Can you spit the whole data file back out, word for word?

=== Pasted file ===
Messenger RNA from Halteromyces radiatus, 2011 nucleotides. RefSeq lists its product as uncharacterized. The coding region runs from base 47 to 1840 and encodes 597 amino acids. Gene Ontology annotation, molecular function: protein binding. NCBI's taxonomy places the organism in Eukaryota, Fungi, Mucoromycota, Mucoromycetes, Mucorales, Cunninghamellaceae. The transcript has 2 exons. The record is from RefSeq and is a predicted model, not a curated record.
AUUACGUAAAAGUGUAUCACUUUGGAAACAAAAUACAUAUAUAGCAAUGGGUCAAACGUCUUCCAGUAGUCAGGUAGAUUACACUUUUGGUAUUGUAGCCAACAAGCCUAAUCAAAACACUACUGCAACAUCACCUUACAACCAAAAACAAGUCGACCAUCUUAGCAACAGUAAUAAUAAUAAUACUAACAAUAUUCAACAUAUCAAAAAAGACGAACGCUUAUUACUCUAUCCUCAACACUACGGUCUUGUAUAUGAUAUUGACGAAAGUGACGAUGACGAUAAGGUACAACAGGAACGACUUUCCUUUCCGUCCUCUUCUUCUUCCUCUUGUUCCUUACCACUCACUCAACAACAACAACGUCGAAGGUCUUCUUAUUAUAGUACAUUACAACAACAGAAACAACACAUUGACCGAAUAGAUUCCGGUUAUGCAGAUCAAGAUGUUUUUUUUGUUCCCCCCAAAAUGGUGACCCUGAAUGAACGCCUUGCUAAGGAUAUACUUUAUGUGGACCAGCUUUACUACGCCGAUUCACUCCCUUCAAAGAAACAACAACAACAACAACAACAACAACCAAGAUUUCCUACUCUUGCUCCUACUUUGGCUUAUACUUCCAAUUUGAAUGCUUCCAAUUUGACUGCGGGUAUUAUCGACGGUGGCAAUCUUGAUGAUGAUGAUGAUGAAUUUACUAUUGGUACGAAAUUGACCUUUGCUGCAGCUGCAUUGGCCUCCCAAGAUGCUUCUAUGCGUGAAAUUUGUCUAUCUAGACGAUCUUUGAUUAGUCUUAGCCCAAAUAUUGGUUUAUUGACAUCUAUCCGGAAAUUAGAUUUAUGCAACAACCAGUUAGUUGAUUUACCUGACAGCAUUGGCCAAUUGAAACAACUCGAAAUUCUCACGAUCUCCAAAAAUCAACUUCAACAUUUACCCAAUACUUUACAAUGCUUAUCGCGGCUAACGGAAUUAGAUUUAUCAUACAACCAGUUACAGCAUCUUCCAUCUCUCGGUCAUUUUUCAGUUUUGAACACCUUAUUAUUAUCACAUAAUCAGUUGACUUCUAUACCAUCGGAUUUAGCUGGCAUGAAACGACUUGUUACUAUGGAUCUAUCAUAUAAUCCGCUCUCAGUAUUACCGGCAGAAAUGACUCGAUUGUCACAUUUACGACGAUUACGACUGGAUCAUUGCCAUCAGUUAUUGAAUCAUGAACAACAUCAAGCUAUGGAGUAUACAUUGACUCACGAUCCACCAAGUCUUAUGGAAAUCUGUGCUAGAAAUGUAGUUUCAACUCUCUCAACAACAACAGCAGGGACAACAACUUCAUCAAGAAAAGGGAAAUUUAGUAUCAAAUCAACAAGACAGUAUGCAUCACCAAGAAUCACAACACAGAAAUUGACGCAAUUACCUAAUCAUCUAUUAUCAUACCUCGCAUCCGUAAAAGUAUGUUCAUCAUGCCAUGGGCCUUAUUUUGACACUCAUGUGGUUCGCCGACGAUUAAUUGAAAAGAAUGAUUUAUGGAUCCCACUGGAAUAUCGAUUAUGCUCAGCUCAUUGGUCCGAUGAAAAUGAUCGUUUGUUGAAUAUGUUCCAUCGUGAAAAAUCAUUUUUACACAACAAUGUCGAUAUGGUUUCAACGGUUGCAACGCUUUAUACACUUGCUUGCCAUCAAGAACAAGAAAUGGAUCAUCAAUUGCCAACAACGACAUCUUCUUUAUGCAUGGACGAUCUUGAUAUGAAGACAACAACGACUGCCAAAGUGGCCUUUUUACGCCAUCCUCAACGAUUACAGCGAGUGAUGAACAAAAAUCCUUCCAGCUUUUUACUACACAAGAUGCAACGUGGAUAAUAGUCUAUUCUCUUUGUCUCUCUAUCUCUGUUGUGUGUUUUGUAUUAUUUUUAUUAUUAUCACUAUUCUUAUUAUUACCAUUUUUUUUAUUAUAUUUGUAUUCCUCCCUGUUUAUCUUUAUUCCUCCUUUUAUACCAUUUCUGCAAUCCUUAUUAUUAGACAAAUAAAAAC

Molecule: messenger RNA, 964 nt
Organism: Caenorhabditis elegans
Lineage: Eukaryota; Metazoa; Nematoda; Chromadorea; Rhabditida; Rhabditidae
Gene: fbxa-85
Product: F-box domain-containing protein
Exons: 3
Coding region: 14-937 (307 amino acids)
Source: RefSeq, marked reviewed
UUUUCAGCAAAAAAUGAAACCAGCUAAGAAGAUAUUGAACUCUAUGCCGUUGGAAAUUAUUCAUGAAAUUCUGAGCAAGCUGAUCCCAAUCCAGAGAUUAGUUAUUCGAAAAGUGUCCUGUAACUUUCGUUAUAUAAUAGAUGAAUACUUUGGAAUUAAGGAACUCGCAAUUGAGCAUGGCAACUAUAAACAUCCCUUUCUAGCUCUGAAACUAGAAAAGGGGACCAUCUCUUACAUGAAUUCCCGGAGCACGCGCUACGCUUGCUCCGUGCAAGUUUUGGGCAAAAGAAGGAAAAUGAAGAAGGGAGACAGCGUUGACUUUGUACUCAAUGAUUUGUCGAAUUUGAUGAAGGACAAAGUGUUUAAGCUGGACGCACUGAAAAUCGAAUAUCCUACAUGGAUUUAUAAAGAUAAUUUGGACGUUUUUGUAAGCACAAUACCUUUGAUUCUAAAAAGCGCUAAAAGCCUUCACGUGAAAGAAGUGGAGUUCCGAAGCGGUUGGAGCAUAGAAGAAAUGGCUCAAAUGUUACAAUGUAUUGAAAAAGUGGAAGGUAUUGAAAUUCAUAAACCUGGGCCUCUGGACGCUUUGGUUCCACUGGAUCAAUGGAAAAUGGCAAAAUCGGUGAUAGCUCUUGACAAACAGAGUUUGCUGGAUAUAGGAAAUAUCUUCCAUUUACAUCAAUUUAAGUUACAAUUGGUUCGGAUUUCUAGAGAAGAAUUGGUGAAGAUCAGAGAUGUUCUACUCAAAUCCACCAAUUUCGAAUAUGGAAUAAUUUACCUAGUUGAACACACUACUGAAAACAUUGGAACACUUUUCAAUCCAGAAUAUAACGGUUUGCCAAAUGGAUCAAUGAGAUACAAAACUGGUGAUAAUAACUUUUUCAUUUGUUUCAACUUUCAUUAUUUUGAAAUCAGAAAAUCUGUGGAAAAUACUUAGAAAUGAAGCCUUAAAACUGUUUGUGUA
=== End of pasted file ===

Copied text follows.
Messenger RNA from Halteromyces radiatus, 2011 nucleotides. RefSeq lists its product as uncharacterized. The coding region runs from base 47 to 1840 and encodes 597 amino acids. Gene Ontology annotation, molecular function: protein binding. NCBI's taxonomy places the organism in Eukaryota, Fungi, Mucoromycota, Mucoromycetes, Mucorales, Cunninghamellaceae. The transcript has 2 exons. The record is from RefSeq and is a predicted model, not a curated record.
AUUACGUAAAAGUGUAUCACUUUGGAAACAAAAUACAUAUAUAGCAAUGGGUCAAACGUCUUCCAGUAGUCAGGUAGAUUACACUUUUGGUAUUGUAGCCAACAAGCCUAAUCAAAACACUACUGCAACAUCACCUUACAACCAAAAACAAGUCGACCAUCUUAGCAACAGUAAUAAUAAUAAUACUAACAAUAUUCAACAUAUCAAAAAAGACGAACGCUUAUUACUCUAUCCUCAACACUACGGUCUUGUAUAUGAUAUUGACGAAAGUGACGAUGACGAUAAGGUACAACAGGAACGACUUUCCUUUCCGUCCUCUUCUUCUUCCUCUUGUUCCUUACCACUCACUCAACAACAACAACGUCGAAGGUCUUCUUAUUAUAGUACAUUACAACAACAGAAACAACACAUUGACCGAAUAGAUUCCGGUUAUGCAGAUCAAGAUGUUUUUUUUGUUCCCCCCAAAAUGGUGACCCUGAAUGAACGCCUUGCUAAGGAUAUACUUUAUGUGGACCAGCUUUACUACGCCGAUUCACUCCCUUCAAAGAAACAACAACAACAACAACAACAACAACCAAGAUUUCCUACUCUUGCUCCUACUUUGGCUUAUACUUCCAAUUUGAAUGCUUCCAAUUUGACUGCGGGUAUUAUCGACGGUGGCAAUCUUGAUGAUGAUGAUGAUGAAUUUACUAUUGGUACGAAAUUGACCUUUGCUGCAGCUGCAUUGGCCUCCCAAGAUGCUUCUAUGCGUGAAAUUUGUCUAUCUAGACGAUCUUUGAUUAGUCUUAGCCCAAAUAUUGGUUUAUUGACAUCUAUCCGGAAAUUAGAUUUAUGCAACAACCAGUUAGUUGAUUUACCUGACAGCAUUGGCCAAUUGAAACAACUCGAAAUUCUCACGAUCUCCAAAAAUCAACUUCAACAUUUACCCAAUACUUUACAAUGCUUAUCGCGGCUAACGGAAUUAGAUUUAUCAUACAACCAGUUACAGCAUCUUCCAUCUCUCGGUCAUUUUUCAGUUUUGAACACCUUAUUAUUAUCACAUAAUCAGUUGACUUCUAUACCAUCGGAUUUAGCUGGCAUGAAACGACUUGUUACUAUGGAUCUAUCAUAUAAUCCGCUCUCAGUAUUACCGGCAGAAAUGACUCGAUUGUCACAUUUACGACGAUUACGACUGGAUCAUUGCCAUCAGUUAUUGAAUCAUGAACAACAUCAAGCUAUGGAGUAUACAUUGACUCACGAUCCACCAAGUCUUAUGGAAAUCUGUGCUAGAAAUGUAGUUUCAACUCUCUCAACAACAACAGCAGGGACAACAACUUCAUCAAGAAAAGGGAAAUUUAGUAUCAAAUCAACAAGACAGUAUGCAUCACCAAGAAUCACAACACAGAAAUUGACGCAAUUACCUAAUCAUCUAUUAUCAUACCUCGCAUCCGUAAAAGUAUGUUCAUCAUGCCAUGGGCCUUAUUUUGACACUCAUGUGGUUCGCCGACGAUUAAUUGAAAAGAAUGAUUUAUGGAUCCCACUGGAAUAUCGAUUAUGCUCAGCUCAUUGGUCCGAUGAAAAUGAUCGUUUGUUGAAUAUGUUCCAUCGUGAAAAAUCAUUUUUACACAACAAUGUCGAUAUGGUUUCAACGGUUGCAACGCUUUAUACACUUGCUUGCCAUCAAGAACAAGAAAUGGAUCAUCAAUUGCCAACAACGACAUCUUCUUUAUGCAUGGACGAUCUUGAUAUGAAGACAACAACGACUGCCAAAGUGGCCUUUUUACGCCAUCCUCAACGAUUACAGCGAGUGAUGAACAAAAAUCCUUCCAGCUUUUUACUACACAAGAUGCAACGUGGAUAAUAGUCUAUUCUCUUUGUCUCUCUAUCUCUGUUGUGUGUUUUGUAUUAUUUUUAUUAUUAUCACUAUUCUUAUUAUUACCAUUUUUUUUAUUAUAUUUGUAUUCCUCCCUGUUUAUCUUUAUUCCUCCUUUUAUACCAUUUCUGCAAUCCUUAUUAUUAGACAAAUAAAAAC

Molecule: messenger RNA, 964 nt
Organism: Caenorhabditis elegans
Lineage: Eukaryota; Metazoa; Nematoda; Chromadorea; Rhabditida; Rhabditidae
Gene: fbxa-85
Product: F-box domain-containing protein
Exons: 3
Coding region: 14-937 (307 amino acids)
Source: RefSeq, marked reviewed
UUUUCAGCAAAAAAUGAAACCAGCUAAGAAGAUAUUGAACUCUAUGCCGUUGGAAAUUAUUCAUGAAAUUCUGAGCAAGCUGAUCCCAAUCCAGAGAUUAGUUAUUCGAAAAGUGUCCUGUAACUUUCGUUAUAUAAUAGAUGAAUACUUUGGAAUUAAGGAACUCGCAAUUGAGCAUGGCAACUAUAAACAUCCCUUUCUAGCUCUGAAACUAGAAAAGGGGACCAUCUCUUACAUGAAUUCCCGGAGCACGCGCUACGCUUGCUCCGUGCAAGUUUUGGGCAAAAGAAGGAAAAUGAAGAAGGGAGACAGCGUUGACUUUGUACUCAAUGAUUUGUCGAAUUUGAUGAAGGACAAAGUGUUUAAGCUGGACGCACUGAAAAUCGAAUAUCCUACAUGGAUUUAUAAAGAUAAUUUGGACGUUUUUGUAAGCACAAUACCUUUGAUUCUAAAAAGCGCUAAAAGCCUUCACGUGAAAGAAGUGGAGUUCCGAAGCGGUUGGAGCAUAGAAGAAAUGGCUCAAAUGUUACAAUGUAUUGAAAAAGUGGAAGGUAUUGAAAUUCAUAAACCUGGGCCUCUGGACGCUUUGGUUCCACUGGAUCAAUGGAAAAUGGCAAAAUCGGUGAUAGCUCUUGACAAACAGAGUUUGCUGGAUAUAGGAAAUAUCUUCCAUUUACAUCAAUUUAAGUUACAAUUGGUUCGGAUUUCUAGAGAAGAAUUGGUGAAGAUCAGAGAUGUUCUACUCAAAUCCACCAAUUUCGAAUAUGGAAUAAUUUACCUAGUUGAACACACUACUGAAAACAUUGGAACACUUUUCAAUCCAGAAUAUAACGGUUUGCCAAAUGGAUCAAUGAGAUACAAAACUGGUGAUAAUAACUUUUUCAUUUGUUUCAACUUUCAUUAUUUUGAAAUCAGAAAAUCUGUGGAAAAUACUUAGAAAUGAAGCCUUAAAACUGUUUGUGUA